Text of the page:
Mosaic Mural for BJ Ball Building


Milan Mrkusich



  • Mural
  • Mosaic


  • Glass tiles


  • W9250 x Hc4000mm

Milan Mrkusich, ‘‘Mosaic Mural for BJ Ball Building’’ (1958), Tāmaki Makaurau Auckland

Image: Bronwyn Holloway-Smith, Public Art Heritage Aotearoa New Zealand, 2021


Referencing paper, the mosaic mural on side of the B.J. Ball Building sits firmly within the modernist tradition. Milan Mrkusich's work was concerned with the truth of colour and form and the response that colour brings from the viewer.

After his work at Brenner’s ended, Mrkusich carried on doing mosaic work. Intact though significantly altered, the B.J. Ball Building is a long, low, modernist structure on the corner of Graham and Hardinge Streets, designed by the engineering firm McKay, Crosley and Gerbic, and constructed during the years 1958–63. Mrkusich was commissioned to design a large mosaic mural for the western exterior façade.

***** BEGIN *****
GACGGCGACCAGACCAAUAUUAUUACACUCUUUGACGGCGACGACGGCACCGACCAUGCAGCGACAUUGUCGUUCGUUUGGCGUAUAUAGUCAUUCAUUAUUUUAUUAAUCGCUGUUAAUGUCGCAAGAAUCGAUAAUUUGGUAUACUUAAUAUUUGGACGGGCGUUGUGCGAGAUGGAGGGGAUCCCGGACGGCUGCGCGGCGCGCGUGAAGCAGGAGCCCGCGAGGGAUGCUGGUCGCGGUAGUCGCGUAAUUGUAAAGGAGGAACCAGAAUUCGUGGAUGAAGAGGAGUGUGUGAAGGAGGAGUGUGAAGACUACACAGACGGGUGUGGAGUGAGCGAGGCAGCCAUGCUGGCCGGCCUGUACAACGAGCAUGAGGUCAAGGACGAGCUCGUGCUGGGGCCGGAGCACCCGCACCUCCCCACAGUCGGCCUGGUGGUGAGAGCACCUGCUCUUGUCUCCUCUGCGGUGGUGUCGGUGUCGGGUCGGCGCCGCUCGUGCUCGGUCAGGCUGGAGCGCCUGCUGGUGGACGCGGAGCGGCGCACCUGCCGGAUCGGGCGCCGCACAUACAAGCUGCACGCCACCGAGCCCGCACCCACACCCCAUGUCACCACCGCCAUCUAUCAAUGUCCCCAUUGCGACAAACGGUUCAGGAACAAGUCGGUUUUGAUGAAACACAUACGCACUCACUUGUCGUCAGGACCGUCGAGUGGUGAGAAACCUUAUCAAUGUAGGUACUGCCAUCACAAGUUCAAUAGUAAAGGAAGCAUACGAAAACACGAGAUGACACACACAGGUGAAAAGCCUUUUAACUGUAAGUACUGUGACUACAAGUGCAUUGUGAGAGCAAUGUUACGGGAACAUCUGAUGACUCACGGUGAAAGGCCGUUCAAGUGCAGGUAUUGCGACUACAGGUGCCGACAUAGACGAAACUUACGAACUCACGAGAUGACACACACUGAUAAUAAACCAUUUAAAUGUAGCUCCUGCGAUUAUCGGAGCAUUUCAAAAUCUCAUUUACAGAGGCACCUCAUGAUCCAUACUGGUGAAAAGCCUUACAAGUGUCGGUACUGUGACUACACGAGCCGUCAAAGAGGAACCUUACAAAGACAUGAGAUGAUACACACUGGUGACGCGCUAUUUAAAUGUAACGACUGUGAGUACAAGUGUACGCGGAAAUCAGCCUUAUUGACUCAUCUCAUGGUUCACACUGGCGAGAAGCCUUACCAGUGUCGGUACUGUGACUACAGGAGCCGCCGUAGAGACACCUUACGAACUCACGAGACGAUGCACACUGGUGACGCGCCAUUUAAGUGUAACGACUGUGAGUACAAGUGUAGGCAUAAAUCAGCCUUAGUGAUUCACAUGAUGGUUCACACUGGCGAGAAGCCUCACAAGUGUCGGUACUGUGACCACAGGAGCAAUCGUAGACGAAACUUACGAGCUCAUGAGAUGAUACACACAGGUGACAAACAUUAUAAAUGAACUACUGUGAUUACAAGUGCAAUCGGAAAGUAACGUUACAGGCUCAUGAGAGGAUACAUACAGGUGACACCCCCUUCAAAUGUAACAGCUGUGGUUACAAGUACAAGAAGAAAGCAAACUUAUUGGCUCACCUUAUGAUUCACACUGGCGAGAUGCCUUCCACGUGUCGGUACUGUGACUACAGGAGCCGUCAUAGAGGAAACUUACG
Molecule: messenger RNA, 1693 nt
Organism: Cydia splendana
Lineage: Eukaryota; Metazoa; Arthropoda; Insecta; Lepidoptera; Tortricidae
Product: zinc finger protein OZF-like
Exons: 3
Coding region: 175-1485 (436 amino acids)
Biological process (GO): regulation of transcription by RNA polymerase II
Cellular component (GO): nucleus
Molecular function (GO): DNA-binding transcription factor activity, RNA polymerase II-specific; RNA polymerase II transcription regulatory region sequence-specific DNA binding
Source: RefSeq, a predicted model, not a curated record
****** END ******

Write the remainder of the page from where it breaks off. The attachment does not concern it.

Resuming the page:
Julian Dashper writes that Mrkusich made full size plan drawings “which he rolled up and posted to Italy, where a master tile maker made a complete mural on the floor, turned it upside down into hundreds of little boxes and sent it back to New Zealand” for reassembly.[1]

This mosaic is a continuation of Mrkusich’s work for Brenner, appropriately based on Bauhaus principles. The representational aspects of the mural advertise the role of B.J. Ball (NZ) Ltd: a paper-importing company, illustrating the process of producing paper, from the raw resource (trees on the left of the composition) to the stack of paper at the lower right. The mural is like a picture that has been added to the building, rather than an integral part of the structure. Its frame insulates it from the surrounding environment, as if to emphasise that this is ‘art’ and that Mrkusich, post-Brenner, has irrevocably assumed the status of ‘artist’. As Francis Pound has noted, ‘the frame is a familiar sign of “depictivity”, a sign we see not the world, but a depiction of the world’.

In 1997 the Historic Places Trust notified a plan to give the B. J. Ball Building a category one listing on the historic places register partly because of the mural’s artistic significance.[2]

-- text courtesy of Linda Tyler.

[1] Julian Dashper, “An Artist’s Look at Auckland’s Public Art”, Modern New Zealand, No 1, p 2-9, 1995.

[2] NZ Herald, 4 March 1997, A9.

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